Isaac Asimov Essay

Isaac Asimov Essay-34
I would suggest that members at a cerebration session be given sinecure tasks to do—short reports to write, or summaries of their conclusions, or brief answers to suggested problems—and be paid for that; the payment being the fee that would ordinarily be paid for the cerebration session.

I would suggest that members at a cerebration session be given sinecure tasks to do—short reports to write, or summaries of their conclusions, or brief answers to suggested problems—and be paid for that; the payment being the fee that would ordinarily be paid for the cerebration session.

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The insights this gave me into chemistry went far beyond anything I learned in my formal classes.

In his essay “Life’s Bottleneck” (F&SF, April 1959) he taught me biochemistry in a way that showed the precarious balance of nature and how remarkable it was that just the right conditions existed to support life.

This was essentially rote memorization and despite being an “advanced placement” class, I was more or less taking the teacher’s word on these things. I learned, for instance, how the Krebs cycle was discovered, which fixed it much more clearly in my mind.

I learned the fascinating story of Gregor Mendel and how he discovered the laws of inheritance and how they were then lost to science for another generation.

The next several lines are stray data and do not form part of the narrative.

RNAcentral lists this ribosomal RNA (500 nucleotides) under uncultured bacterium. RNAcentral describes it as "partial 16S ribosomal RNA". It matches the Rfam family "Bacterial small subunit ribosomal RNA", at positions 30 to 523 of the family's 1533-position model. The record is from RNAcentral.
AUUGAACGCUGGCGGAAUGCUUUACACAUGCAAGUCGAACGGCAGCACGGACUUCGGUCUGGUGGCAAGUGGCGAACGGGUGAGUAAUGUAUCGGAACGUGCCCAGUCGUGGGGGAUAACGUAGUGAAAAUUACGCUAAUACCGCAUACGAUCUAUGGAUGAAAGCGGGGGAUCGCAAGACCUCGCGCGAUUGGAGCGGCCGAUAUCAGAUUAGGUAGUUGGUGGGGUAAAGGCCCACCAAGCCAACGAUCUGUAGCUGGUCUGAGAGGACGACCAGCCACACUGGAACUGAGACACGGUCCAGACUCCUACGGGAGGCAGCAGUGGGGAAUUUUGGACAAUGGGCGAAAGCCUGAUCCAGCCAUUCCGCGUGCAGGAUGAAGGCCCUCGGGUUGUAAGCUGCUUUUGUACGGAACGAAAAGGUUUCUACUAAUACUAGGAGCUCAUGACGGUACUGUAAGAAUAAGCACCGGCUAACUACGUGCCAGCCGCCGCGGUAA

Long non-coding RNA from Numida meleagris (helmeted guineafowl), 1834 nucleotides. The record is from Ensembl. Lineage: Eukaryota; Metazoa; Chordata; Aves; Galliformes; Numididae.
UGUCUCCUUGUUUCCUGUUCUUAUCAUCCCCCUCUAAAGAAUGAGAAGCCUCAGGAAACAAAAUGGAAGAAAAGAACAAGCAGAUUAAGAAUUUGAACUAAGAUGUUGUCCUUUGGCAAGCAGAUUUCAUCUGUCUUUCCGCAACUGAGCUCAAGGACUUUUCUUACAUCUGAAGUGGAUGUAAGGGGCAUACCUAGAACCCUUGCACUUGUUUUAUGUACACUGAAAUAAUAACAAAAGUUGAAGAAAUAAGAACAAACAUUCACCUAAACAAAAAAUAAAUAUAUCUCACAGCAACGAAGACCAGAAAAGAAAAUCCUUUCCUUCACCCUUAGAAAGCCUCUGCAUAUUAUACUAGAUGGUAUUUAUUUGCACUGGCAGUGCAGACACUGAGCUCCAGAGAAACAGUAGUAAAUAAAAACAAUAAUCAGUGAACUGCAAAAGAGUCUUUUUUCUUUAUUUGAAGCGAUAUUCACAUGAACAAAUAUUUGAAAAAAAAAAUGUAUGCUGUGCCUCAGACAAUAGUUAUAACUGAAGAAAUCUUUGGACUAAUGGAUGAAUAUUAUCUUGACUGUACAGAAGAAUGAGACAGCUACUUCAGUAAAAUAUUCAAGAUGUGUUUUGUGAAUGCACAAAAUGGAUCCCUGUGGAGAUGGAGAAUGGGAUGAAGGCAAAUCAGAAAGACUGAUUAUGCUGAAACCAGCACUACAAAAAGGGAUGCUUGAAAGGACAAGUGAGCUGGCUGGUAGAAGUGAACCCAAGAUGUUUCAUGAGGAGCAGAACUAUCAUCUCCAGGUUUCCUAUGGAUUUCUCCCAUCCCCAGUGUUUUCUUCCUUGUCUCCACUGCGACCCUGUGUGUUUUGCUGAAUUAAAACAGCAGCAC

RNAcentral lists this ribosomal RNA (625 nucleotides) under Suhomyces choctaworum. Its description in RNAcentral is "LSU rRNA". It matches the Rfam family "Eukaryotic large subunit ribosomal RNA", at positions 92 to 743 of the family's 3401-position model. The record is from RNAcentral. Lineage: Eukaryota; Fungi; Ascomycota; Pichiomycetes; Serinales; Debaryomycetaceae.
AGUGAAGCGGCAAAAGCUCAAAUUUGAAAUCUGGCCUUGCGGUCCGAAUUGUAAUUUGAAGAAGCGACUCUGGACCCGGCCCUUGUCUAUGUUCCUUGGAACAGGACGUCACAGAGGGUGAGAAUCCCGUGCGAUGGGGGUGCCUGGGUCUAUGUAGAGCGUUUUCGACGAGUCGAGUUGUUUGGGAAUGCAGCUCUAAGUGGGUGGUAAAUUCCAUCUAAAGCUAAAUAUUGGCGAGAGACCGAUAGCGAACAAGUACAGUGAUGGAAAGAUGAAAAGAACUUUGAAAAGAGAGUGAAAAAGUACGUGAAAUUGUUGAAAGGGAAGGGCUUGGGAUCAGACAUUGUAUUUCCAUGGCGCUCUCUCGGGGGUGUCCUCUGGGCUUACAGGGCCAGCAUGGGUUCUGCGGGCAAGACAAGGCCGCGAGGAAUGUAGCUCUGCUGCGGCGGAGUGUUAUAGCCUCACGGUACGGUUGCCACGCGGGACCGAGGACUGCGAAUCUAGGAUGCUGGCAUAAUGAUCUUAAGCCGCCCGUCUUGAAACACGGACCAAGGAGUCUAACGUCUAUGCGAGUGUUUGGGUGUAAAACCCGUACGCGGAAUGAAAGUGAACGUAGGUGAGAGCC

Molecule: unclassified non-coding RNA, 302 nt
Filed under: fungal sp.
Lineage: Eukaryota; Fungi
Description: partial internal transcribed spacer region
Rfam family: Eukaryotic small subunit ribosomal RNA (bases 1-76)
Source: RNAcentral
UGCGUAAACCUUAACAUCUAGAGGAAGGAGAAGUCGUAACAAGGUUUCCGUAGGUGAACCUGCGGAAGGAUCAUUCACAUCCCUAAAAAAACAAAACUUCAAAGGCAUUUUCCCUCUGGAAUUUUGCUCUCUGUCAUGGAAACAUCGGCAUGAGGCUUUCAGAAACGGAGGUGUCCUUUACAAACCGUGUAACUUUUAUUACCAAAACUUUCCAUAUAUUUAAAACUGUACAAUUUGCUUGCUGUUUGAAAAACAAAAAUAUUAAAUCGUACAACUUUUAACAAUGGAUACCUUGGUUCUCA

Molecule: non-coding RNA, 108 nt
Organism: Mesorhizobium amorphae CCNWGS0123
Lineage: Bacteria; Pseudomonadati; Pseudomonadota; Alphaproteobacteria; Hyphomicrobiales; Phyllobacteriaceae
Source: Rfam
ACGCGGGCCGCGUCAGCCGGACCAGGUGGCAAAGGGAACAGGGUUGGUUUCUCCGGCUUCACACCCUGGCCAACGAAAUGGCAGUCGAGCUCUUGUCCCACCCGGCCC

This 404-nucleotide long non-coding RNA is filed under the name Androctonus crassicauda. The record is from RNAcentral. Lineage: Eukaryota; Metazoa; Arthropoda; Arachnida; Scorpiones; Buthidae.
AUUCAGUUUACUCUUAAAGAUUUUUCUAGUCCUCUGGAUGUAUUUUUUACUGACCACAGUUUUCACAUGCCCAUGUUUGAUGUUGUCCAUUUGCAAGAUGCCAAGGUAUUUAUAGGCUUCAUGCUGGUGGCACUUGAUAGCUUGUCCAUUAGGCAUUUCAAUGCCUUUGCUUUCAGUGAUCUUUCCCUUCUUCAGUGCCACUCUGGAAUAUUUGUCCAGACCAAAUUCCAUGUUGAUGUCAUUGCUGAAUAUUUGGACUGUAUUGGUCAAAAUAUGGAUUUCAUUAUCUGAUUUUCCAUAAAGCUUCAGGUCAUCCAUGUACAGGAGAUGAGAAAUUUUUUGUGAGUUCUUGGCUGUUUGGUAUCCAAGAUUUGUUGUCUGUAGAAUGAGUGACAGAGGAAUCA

Still, while I learned equations for light and magnetism in his class, Isaac Asimov made such subjects come to life in a practical way for me with essays like “The Bridge of the Gods” (F&SF, March 1975) about rainbows, refraction and light, and his essay “Four Hundred Octaves” (F&SF, June 1982) on the physics of light.

He was the Great Explainer and it was from essays like “The Man Who Massed the Earth” (F&SF, September 1969) that I learned that science was a continually evolving thing.

Two nights ago I braved the bitterly cold weather to check the mail.

When I got outside, I looked up into a midnight blue sky, crystal clear in the cold air with stars shimmering brightly, and immediately saw a meteor disintegrate in the upper atmosphere.

In high school chemistry (and later, in college general and organic chemistry), I memorized the periodic table and was taught how to balance chemical formulas.

Isaac Asimov taught me how Dmitri Mendeleev developed the period table and how he predicted the properties of elements long before they were ever discovered.

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